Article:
(Or, the new Prince of Persia has everyone fooled)
It's very common for a game's fiction to provide context to a game's mechanics, or to guide the design of those mechanics to be more intuitive. Recently, I've seen that i can also affect people's perception of what those mechanics acutally are.
Since Prince of Persia came out, people have been raving, complaining, and generally fixating on the fact that the prince "can't die."
The thing is, there is a death mechanic in this game, and it works almost exactly in the same way it always has: the prince fails at a challenge, dies, and is transported back to his most recent checkpoint.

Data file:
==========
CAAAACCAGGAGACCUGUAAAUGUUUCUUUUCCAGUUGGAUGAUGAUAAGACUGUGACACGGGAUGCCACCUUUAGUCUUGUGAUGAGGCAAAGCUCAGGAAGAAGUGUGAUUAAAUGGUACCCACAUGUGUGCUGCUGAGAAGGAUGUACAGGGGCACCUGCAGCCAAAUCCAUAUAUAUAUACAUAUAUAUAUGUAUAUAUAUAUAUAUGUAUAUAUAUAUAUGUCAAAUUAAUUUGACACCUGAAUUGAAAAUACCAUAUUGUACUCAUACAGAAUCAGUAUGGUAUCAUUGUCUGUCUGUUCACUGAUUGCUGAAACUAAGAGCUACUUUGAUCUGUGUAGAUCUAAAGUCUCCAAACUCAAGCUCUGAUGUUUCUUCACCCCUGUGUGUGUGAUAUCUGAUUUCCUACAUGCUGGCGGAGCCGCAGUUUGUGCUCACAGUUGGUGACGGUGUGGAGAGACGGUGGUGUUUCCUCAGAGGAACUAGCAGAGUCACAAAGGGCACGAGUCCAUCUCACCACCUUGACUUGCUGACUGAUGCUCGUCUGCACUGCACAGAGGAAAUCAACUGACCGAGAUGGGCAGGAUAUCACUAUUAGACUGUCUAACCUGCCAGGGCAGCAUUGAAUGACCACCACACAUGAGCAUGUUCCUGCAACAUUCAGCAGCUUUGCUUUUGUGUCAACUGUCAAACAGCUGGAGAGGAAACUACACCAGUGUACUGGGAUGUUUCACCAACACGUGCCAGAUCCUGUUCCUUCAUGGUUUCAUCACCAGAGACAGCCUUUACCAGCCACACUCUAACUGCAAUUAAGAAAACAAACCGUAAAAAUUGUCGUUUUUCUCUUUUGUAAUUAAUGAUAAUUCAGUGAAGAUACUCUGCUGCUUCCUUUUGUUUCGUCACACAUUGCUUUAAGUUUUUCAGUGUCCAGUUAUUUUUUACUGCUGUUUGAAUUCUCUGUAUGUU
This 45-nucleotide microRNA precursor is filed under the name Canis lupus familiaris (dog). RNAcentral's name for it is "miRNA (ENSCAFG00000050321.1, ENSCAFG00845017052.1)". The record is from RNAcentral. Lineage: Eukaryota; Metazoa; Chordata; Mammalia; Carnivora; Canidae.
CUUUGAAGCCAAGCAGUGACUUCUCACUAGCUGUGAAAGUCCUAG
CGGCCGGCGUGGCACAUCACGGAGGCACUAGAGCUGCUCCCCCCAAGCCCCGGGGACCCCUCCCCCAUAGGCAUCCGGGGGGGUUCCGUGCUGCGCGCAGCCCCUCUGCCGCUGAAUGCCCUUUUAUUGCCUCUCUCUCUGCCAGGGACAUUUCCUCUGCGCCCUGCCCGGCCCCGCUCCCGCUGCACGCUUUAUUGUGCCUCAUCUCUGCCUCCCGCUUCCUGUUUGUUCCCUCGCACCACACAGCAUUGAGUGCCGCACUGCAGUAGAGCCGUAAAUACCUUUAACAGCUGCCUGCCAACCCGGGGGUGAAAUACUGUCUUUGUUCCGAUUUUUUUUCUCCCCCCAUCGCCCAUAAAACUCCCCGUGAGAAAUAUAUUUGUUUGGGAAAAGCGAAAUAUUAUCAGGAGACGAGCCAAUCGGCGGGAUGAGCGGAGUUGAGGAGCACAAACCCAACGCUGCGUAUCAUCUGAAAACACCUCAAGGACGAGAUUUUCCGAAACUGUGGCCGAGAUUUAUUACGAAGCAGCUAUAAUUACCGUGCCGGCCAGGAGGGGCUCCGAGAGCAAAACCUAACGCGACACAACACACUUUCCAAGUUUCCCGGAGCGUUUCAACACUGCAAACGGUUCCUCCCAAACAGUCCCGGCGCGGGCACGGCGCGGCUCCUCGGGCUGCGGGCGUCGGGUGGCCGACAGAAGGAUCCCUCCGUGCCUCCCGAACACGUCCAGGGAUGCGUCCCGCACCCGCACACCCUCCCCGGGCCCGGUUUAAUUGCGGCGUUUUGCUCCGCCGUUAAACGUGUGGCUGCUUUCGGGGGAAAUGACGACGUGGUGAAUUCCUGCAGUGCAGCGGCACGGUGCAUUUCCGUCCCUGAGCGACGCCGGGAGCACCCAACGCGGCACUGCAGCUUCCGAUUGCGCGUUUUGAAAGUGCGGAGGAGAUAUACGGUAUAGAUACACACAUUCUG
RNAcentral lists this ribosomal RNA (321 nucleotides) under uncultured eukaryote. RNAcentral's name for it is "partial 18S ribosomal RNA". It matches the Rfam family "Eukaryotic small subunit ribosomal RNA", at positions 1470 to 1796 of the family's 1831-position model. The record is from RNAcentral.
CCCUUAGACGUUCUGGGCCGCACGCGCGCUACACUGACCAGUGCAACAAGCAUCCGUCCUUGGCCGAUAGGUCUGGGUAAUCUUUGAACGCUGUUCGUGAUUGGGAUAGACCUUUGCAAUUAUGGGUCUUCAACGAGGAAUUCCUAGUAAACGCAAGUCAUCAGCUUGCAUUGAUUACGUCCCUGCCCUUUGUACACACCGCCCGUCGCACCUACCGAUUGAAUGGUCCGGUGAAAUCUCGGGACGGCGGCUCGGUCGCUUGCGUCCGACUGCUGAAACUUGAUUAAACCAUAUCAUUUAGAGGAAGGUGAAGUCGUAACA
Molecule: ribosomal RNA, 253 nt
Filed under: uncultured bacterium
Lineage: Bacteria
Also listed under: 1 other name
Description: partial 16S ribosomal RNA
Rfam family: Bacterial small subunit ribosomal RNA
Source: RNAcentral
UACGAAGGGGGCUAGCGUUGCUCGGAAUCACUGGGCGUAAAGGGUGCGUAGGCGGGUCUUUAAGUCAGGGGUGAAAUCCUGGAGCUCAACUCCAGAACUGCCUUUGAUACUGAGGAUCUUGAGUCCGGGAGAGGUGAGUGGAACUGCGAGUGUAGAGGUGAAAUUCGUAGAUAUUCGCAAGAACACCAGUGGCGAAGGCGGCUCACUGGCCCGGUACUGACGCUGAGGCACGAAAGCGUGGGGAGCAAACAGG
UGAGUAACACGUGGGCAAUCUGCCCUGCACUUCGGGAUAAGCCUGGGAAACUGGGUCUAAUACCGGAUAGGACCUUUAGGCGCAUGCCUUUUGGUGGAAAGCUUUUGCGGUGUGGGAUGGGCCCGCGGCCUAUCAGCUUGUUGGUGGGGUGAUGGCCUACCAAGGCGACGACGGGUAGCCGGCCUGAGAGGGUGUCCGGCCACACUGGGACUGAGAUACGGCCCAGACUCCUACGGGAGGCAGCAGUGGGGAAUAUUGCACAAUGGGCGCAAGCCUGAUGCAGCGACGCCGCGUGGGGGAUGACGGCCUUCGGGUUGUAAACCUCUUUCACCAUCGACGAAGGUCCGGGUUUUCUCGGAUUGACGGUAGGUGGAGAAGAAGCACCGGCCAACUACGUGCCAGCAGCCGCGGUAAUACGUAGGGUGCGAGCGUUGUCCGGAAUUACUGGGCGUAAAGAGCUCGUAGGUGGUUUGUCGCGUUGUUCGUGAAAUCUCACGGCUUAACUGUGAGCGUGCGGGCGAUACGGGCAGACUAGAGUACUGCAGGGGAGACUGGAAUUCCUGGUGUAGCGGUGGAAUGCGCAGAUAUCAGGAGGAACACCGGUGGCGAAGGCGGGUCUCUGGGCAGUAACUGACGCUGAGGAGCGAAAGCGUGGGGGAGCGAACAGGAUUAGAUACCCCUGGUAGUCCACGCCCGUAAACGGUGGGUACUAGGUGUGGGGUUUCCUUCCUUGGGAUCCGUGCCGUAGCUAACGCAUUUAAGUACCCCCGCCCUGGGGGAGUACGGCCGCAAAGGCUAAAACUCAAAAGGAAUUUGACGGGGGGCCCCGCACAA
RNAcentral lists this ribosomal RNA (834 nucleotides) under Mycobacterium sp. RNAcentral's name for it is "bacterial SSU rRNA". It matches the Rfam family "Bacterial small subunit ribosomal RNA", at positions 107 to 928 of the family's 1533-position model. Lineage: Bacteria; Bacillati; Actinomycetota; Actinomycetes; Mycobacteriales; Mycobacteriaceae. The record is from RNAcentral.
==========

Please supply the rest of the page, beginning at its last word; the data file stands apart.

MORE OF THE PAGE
There is one important mechanical difference in the new version, which is that the checkpoints are much closer together than they used to be, occurring more or less any time the prince isn't platforming. The distance between checkpoints gets much longer toward the end of the game, but at their worst they're orders of magnitude more frequent than they've been in previous games.
There is also one important fictional difference: when the prince dies, there is a short death cutscene that shows Elika's hand grabbing his hand, providing the fiction that she's saved him from death:
If that cutscene showed the prince's head exploding, and big red text saying YOU HAVE DIED, the game's new checkpoint mechanic would still be making the game much easier, but would people still be making such a big deal out of it?
That 2 second cutscene is probably the most powerful usage of fiction I've ever seen.